Saturday, September 23 - Sunday, September 24, 2017

On my third visit to Baxter State Park, Galen and I returned with another trail crew friend Kyle. My goals were to photograph Green Falls (a beautiful and remote waterfall that flows into Lake Wassataquoik in the vast wilderness north of Mt. Katahdin) and to bag the Cathedral Trail. Alex had talked up the Dudley Trail after our 2013 trip and I had developed a great interest in it, but in 2016 a massive landslide had knocked out that trail and it had yet to be rerouted.

(Even as I write this in 2020, the Dudley Trail has yet to be reopened. Crews are working to reroute it, but “the terrain is very challenging.” Well yeah, I don’t even know where they’d put it! I’m just glad to know that reopening the Dudley Trail is apparently a goal of the park.)

Mt. Katahdin from Whidden Pond.
Mt. Katahdin from Whidden Pond.

Despite my love for mountains and treeless alpine zones, waterfalls had become my priority as a photographer for most of the decade. When I learned of the beautiful Green Falls that was barely visited thanks to its remoteness, I decided I had to make it happen. We agreed on a weekend in September and I reserved a lean-to in Roaring Brook for three nights. Cathedral Trail + Knife Edge one day, Green Falls the other (planning for the nicer of the two days for Katahdin).

That wasn’t how it was meant to be, though. During a trail project three weeks prior to our trip, I blew out my right shoulder and lost my range of motion for a month or so. Feeling that I could still support a backpack we decided to carry out our plan, but I knew I shouldn’t do the Cathedral Trail with all of the overhead reaching that it’d require. Instead, we’d split up, Galen and Kyle doing the mountain via Cathedral (Kyle’s first and only time on Katahdin), and I’d do a solo adventure to Green Falls.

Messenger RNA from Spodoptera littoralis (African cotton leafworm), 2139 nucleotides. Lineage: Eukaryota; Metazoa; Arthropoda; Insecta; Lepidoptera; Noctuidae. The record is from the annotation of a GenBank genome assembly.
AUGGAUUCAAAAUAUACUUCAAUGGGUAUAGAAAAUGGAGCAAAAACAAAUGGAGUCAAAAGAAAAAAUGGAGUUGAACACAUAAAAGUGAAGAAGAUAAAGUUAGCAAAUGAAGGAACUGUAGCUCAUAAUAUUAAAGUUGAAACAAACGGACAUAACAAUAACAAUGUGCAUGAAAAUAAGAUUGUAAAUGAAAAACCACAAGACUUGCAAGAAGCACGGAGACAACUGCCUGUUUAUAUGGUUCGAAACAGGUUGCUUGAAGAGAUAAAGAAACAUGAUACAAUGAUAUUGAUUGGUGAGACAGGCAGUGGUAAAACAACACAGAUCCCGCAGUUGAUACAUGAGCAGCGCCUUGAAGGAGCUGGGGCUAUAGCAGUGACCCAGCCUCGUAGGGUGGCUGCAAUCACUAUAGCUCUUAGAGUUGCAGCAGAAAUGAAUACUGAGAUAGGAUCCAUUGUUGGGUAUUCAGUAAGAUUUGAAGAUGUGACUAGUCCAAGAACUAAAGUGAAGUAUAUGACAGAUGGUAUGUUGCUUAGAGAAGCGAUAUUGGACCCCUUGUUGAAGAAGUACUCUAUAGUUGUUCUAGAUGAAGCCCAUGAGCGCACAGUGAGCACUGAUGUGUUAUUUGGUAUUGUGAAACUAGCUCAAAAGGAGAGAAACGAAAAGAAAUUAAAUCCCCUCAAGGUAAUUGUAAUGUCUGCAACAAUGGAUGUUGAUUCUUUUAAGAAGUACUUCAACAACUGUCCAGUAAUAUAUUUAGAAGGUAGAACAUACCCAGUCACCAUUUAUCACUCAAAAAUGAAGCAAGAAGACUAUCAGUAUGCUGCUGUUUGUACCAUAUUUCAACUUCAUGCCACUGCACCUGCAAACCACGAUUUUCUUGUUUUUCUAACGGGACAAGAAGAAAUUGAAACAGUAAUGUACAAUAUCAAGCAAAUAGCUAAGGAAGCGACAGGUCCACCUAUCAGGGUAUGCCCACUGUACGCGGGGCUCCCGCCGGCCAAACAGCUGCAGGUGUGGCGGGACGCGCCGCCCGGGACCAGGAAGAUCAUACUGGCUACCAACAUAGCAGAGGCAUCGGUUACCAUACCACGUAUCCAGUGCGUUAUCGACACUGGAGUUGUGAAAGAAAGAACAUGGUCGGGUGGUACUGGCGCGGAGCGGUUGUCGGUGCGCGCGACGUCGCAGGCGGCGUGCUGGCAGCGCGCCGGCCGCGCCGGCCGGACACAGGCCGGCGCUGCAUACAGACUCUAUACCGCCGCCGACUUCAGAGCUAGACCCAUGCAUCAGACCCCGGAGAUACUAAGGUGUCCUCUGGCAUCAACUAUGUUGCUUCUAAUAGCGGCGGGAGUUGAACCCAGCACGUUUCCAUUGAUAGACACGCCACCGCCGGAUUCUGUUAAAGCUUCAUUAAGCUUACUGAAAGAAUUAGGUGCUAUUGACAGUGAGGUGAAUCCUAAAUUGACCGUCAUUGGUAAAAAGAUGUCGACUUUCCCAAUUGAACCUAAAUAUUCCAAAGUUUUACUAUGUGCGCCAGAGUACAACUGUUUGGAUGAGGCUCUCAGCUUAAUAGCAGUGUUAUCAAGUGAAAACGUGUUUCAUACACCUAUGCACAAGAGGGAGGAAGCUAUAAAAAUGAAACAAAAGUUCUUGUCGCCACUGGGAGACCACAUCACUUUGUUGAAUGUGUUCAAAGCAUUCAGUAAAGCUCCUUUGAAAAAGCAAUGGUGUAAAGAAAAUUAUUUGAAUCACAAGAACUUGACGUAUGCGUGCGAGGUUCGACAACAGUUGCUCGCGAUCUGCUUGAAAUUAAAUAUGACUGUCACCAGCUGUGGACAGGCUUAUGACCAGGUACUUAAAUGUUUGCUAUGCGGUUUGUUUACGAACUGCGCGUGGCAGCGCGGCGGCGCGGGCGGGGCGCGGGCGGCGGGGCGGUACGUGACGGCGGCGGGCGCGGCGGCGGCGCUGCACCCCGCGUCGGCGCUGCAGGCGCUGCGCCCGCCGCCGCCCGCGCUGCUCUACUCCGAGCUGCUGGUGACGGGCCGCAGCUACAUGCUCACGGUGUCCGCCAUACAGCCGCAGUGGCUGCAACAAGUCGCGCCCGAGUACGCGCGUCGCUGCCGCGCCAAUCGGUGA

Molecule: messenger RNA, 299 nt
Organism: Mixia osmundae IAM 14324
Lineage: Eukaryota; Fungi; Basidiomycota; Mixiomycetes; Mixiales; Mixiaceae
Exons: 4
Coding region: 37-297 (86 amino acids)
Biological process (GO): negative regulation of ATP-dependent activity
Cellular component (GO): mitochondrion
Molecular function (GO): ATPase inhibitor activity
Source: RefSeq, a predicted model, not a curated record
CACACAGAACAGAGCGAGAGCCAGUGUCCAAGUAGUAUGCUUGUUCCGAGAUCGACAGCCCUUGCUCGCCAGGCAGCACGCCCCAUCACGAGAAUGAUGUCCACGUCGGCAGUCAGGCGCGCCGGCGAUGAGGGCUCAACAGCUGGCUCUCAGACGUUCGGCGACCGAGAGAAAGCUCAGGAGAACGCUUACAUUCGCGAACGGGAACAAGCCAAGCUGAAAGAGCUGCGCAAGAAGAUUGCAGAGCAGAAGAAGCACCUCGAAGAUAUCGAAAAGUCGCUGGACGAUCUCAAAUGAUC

After a somewhat lazy morning, Kyle and Galen took off down the Chimney Pond Trail while I forked north and headed up towards Russell Pond. It was a warm, beautiful September day and there was no shortage of campers in Roaring Brook or hikers sharing the trails with Kyle and Galen. But once I branched off to head to Russell Pond, I had the trail to myself.

My first stop that morning was at Whidden Ponds, where I was treated to a fine view of Mt. Katahdin in morning light (but well past the golden hour). From this perspective, about half of the Knife Edge was obscured by Pamola, but it nonetheless ranked up as perhaps the best view of Mt. Katahdin I’d seen across my three visits to Baxter.

Continuing on, as I sauntered through the quiet forest on the mostly flat and sometimes muddy trail, I began to hear some leaves rustling and a couple subtle “moo” sounds. Naturally, I looked to my left, and not even 50 feet off the trail were a bull moose and his two cows. Their conversation promptly stopped as the bull gave me his full attention. My camera was around my neck and very easy to access (I had been trying to capture what slight signs of autumn I could find) but I didn’t want the action of raising my camera to my face possibly taken as a sign of aggression. So I kept walking, the bull’s gaze following me every step of the way. I couldn’t help but feel defeated as I left the moose’s line of sight — I had given up one of the most unique photo opportunities I’d ever been presented with. But I don’t really trust moose, especially male ones that have mating on their minds.

When presented with a choice between staying on the Russell Pond Trail (more direct, but over a hill) or merging onto the Wassataquoik Stream Trail (flatter but longer), I chose to stay on the Russell Pond Trail. Before long, I was hiking into the Russell Pond camping area, where I swung by the ranger station to tell him about the moose and find out if I made the right call. (Essentially, yes. Moose are unpredictable but it wasn’t yet rutting season and he was likely pretty docile.)